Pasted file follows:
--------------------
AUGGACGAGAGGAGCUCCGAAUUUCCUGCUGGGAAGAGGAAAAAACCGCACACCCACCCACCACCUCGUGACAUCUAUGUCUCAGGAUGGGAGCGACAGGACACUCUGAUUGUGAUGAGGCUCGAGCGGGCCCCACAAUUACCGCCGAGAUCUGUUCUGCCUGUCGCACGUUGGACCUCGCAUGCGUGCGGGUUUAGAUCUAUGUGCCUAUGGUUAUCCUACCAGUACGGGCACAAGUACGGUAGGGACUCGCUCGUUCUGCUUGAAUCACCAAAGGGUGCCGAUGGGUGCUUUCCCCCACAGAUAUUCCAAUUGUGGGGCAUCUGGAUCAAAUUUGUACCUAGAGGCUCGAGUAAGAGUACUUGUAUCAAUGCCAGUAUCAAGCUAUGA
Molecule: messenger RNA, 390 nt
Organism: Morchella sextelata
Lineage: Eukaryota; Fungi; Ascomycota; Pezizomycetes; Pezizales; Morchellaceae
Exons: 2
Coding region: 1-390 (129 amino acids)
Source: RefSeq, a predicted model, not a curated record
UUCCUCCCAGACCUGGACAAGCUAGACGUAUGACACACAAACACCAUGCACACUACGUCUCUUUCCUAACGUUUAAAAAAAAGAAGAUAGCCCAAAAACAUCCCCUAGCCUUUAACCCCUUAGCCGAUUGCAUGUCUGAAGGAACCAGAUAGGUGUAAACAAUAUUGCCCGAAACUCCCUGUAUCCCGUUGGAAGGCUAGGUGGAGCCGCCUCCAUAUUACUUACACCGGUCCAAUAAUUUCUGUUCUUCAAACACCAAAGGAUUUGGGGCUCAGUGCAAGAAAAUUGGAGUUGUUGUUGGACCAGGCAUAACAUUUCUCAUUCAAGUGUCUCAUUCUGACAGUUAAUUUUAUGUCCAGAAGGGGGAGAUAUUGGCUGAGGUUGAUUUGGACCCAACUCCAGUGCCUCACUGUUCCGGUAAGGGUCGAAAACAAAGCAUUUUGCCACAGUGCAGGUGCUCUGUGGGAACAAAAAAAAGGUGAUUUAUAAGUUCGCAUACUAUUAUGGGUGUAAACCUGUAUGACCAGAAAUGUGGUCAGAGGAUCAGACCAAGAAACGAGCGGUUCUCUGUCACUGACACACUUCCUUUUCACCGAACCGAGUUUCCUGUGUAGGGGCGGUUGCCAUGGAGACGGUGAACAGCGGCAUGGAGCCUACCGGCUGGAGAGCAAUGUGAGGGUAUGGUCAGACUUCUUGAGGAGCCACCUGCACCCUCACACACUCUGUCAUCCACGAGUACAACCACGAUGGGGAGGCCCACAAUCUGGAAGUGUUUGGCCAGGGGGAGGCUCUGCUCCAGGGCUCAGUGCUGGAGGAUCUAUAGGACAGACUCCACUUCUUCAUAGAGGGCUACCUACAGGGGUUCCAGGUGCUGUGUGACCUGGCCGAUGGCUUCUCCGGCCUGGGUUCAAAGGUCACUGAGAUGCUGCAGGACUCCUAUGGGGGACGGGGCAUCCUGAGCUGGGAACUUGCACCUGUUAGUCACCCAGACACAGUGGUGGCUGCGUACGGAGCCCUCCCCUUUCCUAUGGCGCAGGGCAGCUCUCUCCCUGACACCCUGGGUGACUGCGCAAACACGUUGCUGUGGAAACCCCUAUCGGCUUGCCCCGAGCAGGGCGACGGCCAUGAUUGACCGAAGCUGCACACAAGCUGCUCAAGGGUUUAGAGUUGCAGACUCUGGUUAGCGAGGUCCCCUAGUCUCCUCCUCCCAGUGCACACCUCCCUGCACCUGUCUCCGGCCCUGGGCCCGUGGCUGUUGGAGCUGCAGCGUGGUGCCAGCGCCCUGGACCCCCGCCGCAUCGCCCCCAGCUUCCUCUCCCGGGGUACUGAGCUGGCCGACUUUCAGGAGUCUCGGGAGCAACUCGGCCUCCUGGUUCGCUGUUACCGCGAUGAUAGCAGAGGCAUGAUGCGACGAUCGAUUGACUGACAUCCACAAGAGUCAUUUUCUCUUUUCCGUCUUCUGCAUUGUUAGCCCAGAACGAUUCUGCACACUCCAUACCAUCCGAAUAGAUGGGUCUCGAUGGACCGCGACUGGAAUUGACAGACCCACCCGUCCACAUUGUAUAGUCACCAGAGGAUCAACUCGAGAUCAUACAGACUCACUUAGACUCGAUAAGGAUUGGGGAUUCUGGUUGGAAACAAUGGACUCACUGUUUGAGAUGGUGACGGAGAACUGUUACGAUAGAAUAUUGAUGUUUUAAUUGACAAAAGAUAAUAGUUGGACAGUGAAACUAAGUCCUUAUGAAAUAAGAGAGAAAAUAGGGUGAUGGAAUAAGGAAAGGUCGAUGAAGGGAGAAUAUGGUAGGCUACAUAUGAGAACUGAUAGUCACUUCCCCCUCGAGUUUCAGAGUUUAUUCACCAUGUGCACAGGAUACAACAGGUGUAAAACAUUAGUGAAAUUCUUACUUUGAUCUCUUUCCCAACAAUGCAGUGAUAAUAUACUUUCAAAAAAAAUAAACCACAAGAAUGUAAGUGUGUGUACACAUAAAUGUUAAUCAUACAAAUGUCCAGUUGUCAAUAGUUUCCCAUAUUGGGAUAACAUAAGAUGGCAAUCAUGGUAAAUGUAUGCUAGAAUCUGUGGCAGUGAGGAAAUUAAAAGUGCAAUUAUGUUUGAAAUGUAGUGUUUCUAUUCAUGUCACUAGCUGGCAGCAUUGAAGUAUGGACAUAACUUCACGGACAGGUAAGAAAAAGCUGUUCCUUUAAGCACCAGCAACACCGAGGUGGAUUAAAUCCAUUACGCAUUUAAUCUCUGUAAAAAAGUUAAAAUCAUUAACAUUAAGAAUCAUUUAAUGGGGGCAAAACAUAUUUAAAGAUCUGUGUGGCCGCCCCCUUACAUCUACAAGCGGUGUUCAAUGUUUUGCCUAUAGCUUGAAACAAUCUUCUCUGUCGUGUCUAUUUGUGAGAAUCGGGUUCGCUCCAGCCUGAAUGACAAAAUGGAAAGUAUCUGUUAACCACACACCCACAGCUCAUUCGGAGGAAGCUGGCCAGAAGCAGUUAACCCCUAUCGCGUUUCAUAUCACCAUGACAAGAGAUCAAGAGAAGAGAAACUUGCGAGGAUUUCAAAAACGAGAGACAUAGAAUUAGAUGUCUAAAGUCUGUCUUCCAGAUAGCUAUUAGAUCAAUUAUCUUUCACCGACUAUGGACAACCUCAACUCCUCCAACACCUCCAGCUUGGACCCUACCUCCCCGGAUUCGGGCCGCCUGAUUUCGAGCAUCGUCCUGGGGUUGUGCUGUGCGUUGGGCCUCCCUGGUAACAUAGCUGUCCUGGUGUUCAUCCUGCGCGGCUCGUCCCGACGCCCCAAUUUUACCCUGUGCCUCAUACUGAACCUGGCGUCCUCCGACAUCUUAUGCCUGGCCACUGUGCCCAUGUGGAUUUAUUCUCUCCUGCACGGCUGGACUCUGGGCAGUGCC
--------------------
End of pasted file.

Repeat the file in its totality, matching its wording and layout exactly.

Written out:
AUGGACGAGAGGAGCUCCGAAUUUCCUGCUGGGAAGAGGAAAAAACCGCACACCCACCCACCACCUCGUGACAUCUAUGUCUCAGGAUGGGAGCGACAGGACACUCUGAUUGUGAUGAGGCUCGAGCGGGCCCCACAAUUACCGCCGAGAUCUGUUCUGCCUGUCGCACGUUGGACCUCGCAUGCGUGCGGGUUUAGAUCUAUGUGCCUAUGGUUAUCCUACCAGUACGGGCACAAGUACGGUAGGGACUCGCUCGUUCUGCUUGAAUCACCAAAGGGUGCCGAUGGGUGCUUUCCCCCACAGAUAUUCCAAUUGUGGGGCAUCUGGAUCAAAUUUGUACCUAGAGGCUCGAGUAAGAGUACUUGUAUCAAUGCCAGUAUCAAGCUAUGA
Molecule: messenger RNA, 390 nt
Organism: Morchella sextelata
Lineage: Eukaryota; Fungi; Ascomycota; Pezizomycetes; Pezizales; Morchellaceae
Exons: 2
Coding region: 1-390 (129 amino acids)
Source: RefSeq, a predicted model, not a curated record
UUCCUCCCAGACCUGGACAAGCUAGACGUAUGACACACAAACACCAUGCACACUACGUCUCUUUCCUAACGUUUAAAAAAAAGAAGAUAGCCCAAAAACAUCCCCUAGCCUUUAACCCCUUAGCCGAUUGCAUGUCUGAAGGAACCAGAUAGGUGUAAACAAUAUUGCCCGAAACUCCCUGUAUCCCGUUGGAAGGCUAGGUGGAGCCGCCUCCAUAUUACUUACACCGGUCCAAUAAUUUCUGUUCUUCAAACACCAAAGGAUUUGGGGCUCAGUGCAAGAAAAUUGGAGUUGUUGUUGGACCAGGCAUAACAUUUCUCAUUCAAGUGUCUCAUUCUGACAGUUAAUUUUAUGUCCAGAAGGGGGAGAUAUUGGCUGAGGUUGAUUUGGACCCAACUCCAGUGCCUCACUGUUCCGGUAAGGGUCGAAAACAAAGCAUUUUGCCACAGUGCAGGUGCUCUGUGGGAACAAAAAAAAGGUGAUUUAUAAGUUCGCAUACUAUUAUGGGUGUAAACCUGUAUGACCAGAAAUGUGGUCAGAGGAUCAGACCAAGAAACGAGCGGUUCUCUGUCACUGACACACUUCCUUUUCACCGAACCGAGUUUCCUGUGUAGGGGCGGUUGCCAUGGAGACGGUGAACAGCGGCAUGGAGCCUACCGGCUGGAGAGCAAUGUGAGGGUAUGGUCAGACUUCUUGAGGAGCCACCUGCACCCUCACACACUCUGUCAUCCACGAGUACAACCACGAUGGGGAGGCCCACAAUCUGGAAGUGUUUGGCCAGGGGGAGGCUCUGCUCCAGGGCUCAGUGCUGGAGGAUCUAUAGGACAGACUCCACUUCUUCAUAGAGGGCUACCUACAGGGGUUCCAGGUGCUGUGUGACCUGGCCGAUGGCUUCUCCGGCCUGGGUUCAAAGGUCACUGAGAUGCUGCAGGACUCCUAUGGGGGACGGGGCAUCCUGAGCUGGGAACUUGCACCUGUUAGUCACCCAGACACAGUGGUGGCUGCGUACGGAGCCCUCCCCUUUCCUAUGGCGCAGGGCAGCUCUCUCCCUGACACCCUGGGUGACUGCGCAAACACGUUGCUGUGGAAACCCCUAUCGGCUUGCCCCGAGCAGGGCGACGGCCAUGAUUGACCGAAGCUGCACACAAGCUGCUCAAGGGUUUAGAGUUGCAGACUCUGGUUAGCGAGGUCCCCUAGUCUCCUCCUCCCAGUGCACACCUCCCUGCACCUGUCUCCGGCCCUGGGCCCGUGGCUGUUGGAGCUGCAGCGUGGUGCCAGCGCCCUGGACCCCCGCCGCAUCGCCCCCAGCUUCCUCUCCCGGGGUACUGAGCUGGCCGACUUUCAGGAGUCUCGGGAGCAACUCGGCCUCCUGGUUCGCUGUUACCGCGAUGAUAGCAGAGGCAUGAUGCGACGAUCGAUUGACUGACAUCCACAAGAGUCAUUUUCUCUUUUCCGUCUUCUGCAUUGUUAGCCCAGAACGAUUCUGCACACUCCAUACCAUCCGAAUAGAUGGGUCUCGAUGGACCGCGACUGGAAUUGACAGACCCACCCGUCCACAUUGUAUAGUCACCAGAGGAUCAACUCGAGAUCAUACAGACUCACUUAGACUCGAUAAGGAUUGGGGAUUCUGGUUGGAAACAAUGGACUCACUGUUUGAGAUGGUGACGGAGAACUGUUACGAUAGAAUAUUGAUGUUUUAAUUGACAAAAGAUAAUAGUUGGACAGUGAAACUAAGUCCUUAUGAAAUAAGAGAGAAAAUAGGGUGAUGGAAUAAGGAAAGGUCGAUGAAGGGAGAAUAUGGUAGGCUACAUAUGAGAACUGAUAGUCACUUCCCCCUCGAGUUUCAGAGUUUAUUCACCAUGUGCACAGGAUACAACAGGUGUAAAACAUUAGUGAAAUUCUUACUUUGAUCUCUUUCCCAACAAUGCAGUGAUAAUAUACUUUCAAAAAAAAUAAACCACAAGAAUGUAAGUGUGUGUACACAUAAAUGUUAAUCAUACAAAUGUCCAGUUGUCAAUAGUUUCCCAUAUUGGGAUAACAUAAGAUGGCAAUCAUGGUAAAUGUAUGCUAGAAUCUGUGGCAGUGAGGAAAUUAAAAGUGCAAUUAUGUUUGAAAUGUAGUGUUUCUAUUCAUGUCACUAGCUGGCAGCAUUGAAGUAUGGACAUAACUUCACGGACAGGUAAGAAAAAGCUGUUCCUUUAAGCACCAGCAACACCGAGGUGGAUUAAAUCCAUUACGCAUUUAAUCUCUGUAAAAAAGUUAAAAUCAUUAACAUUAAGAAUCAUUUAAUGGGGGCAAAACAUAUUUAAAGAUCUGUGUGGCCGCCCCCUUACAUCUACAAGCGGUGUUCAAUGUUUUGCCUAUAGCUUGAAACAAUCUUCUCUGUCGUGUCUAUUUGUGAGAAUCGGGUUCGCUCCAGCCUGAAUGACAAAAUGGAAAGUAUCUGUUAACCACACACCCACAGCUCAUUCGGAGGAAGCUGGCCAGAAGCAGUUAACCCCUAUCGCGUUUCAUAUCACCAUGACAAGAGAUCAAGAGAAGAGAAACUUGCGAGGAUUUCAAAAACGAGAGACAUAGAAUUAGAUGUCUAAAGUCUGUCUUCCAGAUAGCUAUUAGAUCAAUUAUCUUUCACCGACUAUGGACAACCUCAACUCCUCCAACACCUCCAGCUUGGACCCUACCUCCCCGGAUUCGGGCCGCCUGAUUUCGAGCAUCGUCCUGGGGUUGUGCUGUGCGUUGGGCCUCCCUGGUAACAUAGCUGUCCUGGUGUUCAUCCUGCGCGGCUCGUCCCGACGCCCCAAUUUUACCCUGUGCCUCAUACUGAACCUGGCGUCCUCCGACAUCUUAUGCCUGGCCACUGUGCCCAUGUGGAUUUAUUCUCUCCUGCACGGCUGGACUCUGGGCAGUGCC